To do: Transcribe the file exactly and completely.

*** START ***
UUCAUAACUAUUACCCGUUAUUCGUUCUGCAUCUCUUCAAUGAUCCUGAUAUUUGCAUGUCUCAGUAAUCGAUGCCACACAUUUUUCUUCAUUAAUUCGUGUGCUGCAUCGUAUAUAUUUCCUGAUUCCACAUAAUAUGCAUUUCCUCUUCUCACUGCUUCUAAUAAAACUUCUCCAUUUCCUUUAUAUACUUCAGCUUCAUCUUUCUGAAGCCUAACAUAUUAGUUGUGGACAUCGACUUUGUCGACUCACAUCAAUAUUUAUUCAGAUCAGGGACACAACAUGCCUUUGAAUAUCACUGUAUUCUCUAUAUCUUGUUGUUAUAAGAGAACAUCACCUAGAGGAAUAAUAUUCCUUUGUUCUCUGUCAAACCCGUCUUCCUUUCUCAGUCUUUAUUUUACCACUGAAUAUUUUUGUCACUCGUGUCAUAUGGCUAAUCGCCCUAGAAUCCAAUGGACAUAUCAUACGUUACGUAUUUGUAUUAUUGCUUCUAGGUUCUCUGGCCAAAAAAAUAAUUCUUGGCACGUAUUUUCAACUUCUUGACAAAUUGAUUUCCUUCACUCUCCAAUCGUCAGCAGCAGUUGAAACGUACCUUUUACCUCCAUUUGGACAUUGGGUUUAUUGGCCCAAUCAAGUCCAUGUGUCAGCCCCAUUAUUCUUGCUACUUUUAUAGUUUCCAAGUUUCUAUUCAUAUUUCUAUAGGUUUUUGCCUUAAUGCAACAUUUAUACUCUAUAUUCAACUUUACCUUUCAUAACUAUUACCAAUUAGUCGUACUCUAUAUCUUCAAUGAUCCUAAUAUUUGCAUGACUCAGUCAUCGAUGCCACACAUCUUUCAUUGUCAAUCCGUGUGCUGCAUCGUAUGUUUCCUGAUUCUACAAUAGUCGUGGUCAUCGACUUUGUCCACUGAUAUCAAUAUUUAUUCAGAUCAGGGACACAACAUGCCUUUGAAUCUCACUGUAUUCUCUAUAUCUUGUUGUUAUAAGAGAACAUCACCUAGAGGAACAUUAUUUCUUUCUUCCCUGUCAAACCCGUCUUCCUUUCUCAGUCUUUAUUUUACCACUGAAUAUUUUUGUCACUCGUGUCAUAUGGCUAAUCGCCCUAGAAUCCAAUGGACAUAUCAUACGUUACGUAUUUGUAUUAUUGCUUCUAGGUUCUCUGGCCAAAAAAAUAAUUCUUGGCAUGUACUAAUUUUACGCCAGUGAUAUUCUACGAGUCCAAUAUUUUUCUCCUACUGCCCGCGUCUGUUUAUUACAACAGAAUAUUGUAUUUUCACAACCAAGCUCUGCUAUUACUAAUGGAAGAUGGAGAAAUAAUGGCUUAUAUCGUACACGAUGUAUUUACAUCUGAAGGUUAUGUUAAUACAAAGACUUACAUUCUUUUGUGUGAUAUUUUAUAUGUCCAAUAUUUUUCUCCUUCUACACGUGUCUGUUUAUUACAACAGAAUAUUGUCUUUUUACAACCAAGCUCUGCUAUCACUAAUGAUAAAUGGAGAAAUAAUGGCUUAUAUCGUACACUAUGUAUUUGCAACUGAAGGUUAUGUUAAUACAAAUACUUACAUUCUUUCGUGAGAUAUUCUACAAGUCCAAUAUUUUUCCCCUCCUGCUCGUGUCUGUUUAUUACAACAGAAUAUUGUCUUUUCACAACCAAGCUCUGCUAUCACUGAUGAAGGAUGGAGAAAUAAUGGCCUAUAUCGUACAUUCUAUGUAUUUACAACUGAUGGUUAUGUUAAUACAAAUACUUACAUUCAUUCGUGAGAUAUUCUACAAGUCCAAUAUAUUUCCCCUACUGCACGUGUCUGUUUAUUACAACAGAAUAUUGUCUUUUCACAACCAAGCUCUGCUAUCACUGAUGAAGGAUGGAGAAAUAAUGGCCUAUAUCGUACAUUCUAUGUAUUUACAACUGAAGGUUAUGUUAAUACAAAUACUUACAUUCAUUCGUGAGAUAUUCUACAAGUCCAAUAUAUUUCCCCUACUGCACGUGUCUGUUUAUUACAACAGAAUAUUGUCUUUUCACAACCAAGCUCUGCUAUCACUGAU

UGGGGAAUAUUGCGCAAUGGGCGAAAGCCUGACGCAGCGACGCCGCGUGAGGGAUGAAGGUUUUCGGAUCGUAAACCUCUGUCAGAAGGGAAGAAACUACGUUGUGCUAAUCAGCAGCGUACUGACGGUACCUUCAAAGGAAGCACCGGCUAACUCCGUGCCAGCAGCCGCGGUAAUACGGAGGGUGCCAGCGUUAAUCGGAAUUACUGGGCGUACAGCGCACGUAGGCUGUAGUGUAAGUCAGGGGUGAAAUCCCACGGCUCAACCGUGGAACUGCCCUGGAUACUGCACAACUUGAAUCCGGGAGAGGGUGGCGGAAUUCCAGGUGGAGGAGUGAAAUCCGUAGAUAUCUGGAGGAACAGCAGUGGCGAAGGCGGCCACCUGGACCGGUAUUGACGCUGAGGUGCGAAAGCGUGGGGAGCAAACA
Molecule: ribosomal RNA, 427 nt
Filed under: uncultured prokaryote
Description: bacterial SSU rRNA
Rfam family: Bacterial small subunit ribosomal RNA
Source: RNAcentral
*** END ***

UUCAUAACUAUUACCCGUUAUUCGUUCUGCAUCUCUUCAAUGAUCCUGAUAUUUGCAUGUCUCAGUAAUCGAUGCCACACAUUUUUCUUCAUUAAUUCGUGUGCUGCAUCGUAUAUAUUUCCUGAUUCCACAUAAUAUGCAUUUCCUCUUCUCACUGCUUCUAAUAAAACUUCUCCAUUUCCUUUAUAUACUUCAGCUUCAUCUUUCUGAAGCCUAACAUAUUAGUUGUGGACAUCGACUUUGUCGACUCACAUCAAUAUUUAUUCAGAUCAGGGACACAACAUGCCUUUGAAUAUCACUGUAUUCUCUAUAUCUUGUUGUUAUAAGAGAACAUCACCUAGAGGAAUAAUAUUCCUUUGUUCUCUGUCAAACCCGUCUUCCUUUCUCAGUCUUUAUUUUACCACUGAAUAUUUUUGUCACUCGUGUCAUAUGGCUAAUCGCCCUAGAAUCCAAUGGACAUAUCAUACGUUACGUAUUUGUAUUAUUGCUUCUAGGUUCUCUGGCCAAAAAAAUAAUUCUUGGCACGUAUUUUCAACUUCUUGACAAAUUGAUUUCCUUCACUCUCCAAUCGUCAGCAGCAGUUGAAACGUACCUUUUACCUCCAUUUGGACAUUGGGUUUAUUGGCCCAAUCAAGUCCAUGUGUCAGCCCCAUUAUUCUUGCUACUUUUAUAGUUUCCAAGUUUCUAUUCAUAUUUCUAUAGGUUUUUGCCUUAAUGCAACAUUUAUACUCUAUAUUCAACUUUACCUUUCAUAACUAUUACCAAUUAGUCGUACUCUAUAUCUUCAAUGAUCCUAAUAUUUGCAUGACUCAGUCAUCGAUGCCACACAUCUUUCAUUGUCAAUCCGUGUGCUGCAUCGUAUGUUUCCUGAUUCUACAAUAGUCGUGGUCAUCGACUUUGUCCACUGAUAUCAAUAUUUAUUCAGAUCAGGGACACAACAUGCCUUUGAAUCUCACUGUAUUCUCUAUAUCUUGUUGUUAUAAGAGAACAUCACCUAGAGGAACAUUAUUUCUUUCUUCCCUGUCAAACCCGUCUUCCUUUCUCAGUCUUUAUUUUACCACUGAAUAUUUUUGUCACUCGUGUCAUAUGGCUAAUCGCCCUAGAAUCCAAUGGACAUAUCAUACGUUACGUAUUUGUAUUAUUGCUUCUAGGUUCUCUGGCCAAAAAAAUAAUUCUUGGCAUGUACUAAUUUUACGCCAGUGAUAUUCUACGAGUCCAAUAUUUUUCUCCUACUGCCCGCGUCUGUUUAUUACAACAGAAUAUUGUAUUUUCACAACCAAGCUCUGCUAUUACUAAUGGAAGAUGGAGAAAUAAUGGCUUAUAUCGUACACGAUGUAUUUACAUCUGAAGGUUAUGUUAAUACAAAGACUUACAUUCUUUUGUGUGAUAUUUUAUAUGUCCAAUAUUUUUCUCCUUCUACACGUGUCUGUUUAUUACAACAGAAUAUUGUCUUUUUACAACCAAGCUCUGCUAUCACUAAUGAUAAAUGGAGAAAUAAUGGCUUAUAUCGUACACUAUGUAUUUGCAACUGAAGGUUAUGUUAAUACAAAUACUUACAUUCUUUCGUGAGAUAUUCUACAAGUCCAAUAUUUUUCCCCUCCUGCUCGUGUCUGUUUAUUACAACAGAAUAUUGUCUUUUCACAACCAAGCUCUGCUAUCACUGAUGAAGGAUGGAGAAAUAAUGGCCUAUAUCGUACAUUCUAUGUAUUUACAACUGAUGGUUAUGUUAAUACAAAUACUUACAUUCAUUCGUGAGAUAUUCUACAAGUCCAAUAUAUUUCCCCUACUGCACGUGUCUGUUUAUUACAACAGAAUAUUGUCUUUUCACAACCAAGCUCUGCUAUCACUGAUGAAGGAUGGAGAAAUAAUGGCCUAUAUCGUACAUUCUAUGUAUUUACAACUGAAGGUUAUGUUAAUACAAAUACUUACAUUCAUUCGUGAGAUAUUCUACAAGUCCAAUAUAUUUCCCCUACUGCACGUGUCUGUUUAUUACAACAGAAUAUUGUCUUUUCACAACCAAGCUCUGCUAUCACUGAU

UGGGGAAUAUUGCGCAAUGGGCGAAAGCCUGACGCAGCGACGCCGCGUGAGGGAUGAAGGUUUUCGGAUCGUAAACCUCUGUCAGAAGGGAAGAAACUACGUUGUGCUAAUCAGCAGCGUACUGACGGUACCUUCAAAGGAAGCACCGGCUAACUCCGUGCCAGCAGCCGCGGUAAUACGGAGGGUGCCAGCGUUAAUCGGAAUUACUGGGCGUACAGCGCACGUAGGCUGUAGUGUAAGUCAGGGGUGAAAUCCCACGGCUCAACCGUGGAACUGCCCUGGAUACUGCACAACUUGAAUCCGGGAGAGGGUGGCGGAAUUCCAGGUGGAGGAGUGAAAUCCGUAGAUAUCUGGAGGAACAGCAGUGGCGAAGGCGGCCACCUGGACCGGUAUUGACGCUGAGGUGCGAAAGCGUGGGGAGCAAACA
Molecule: ribosomal RNA, 427 nt
Filed under: uncultured prokaryote
Description: bacterial SSU rRNA
Rfam family: Bacterial small subunit ribosomal RNA
Source: RNAcentral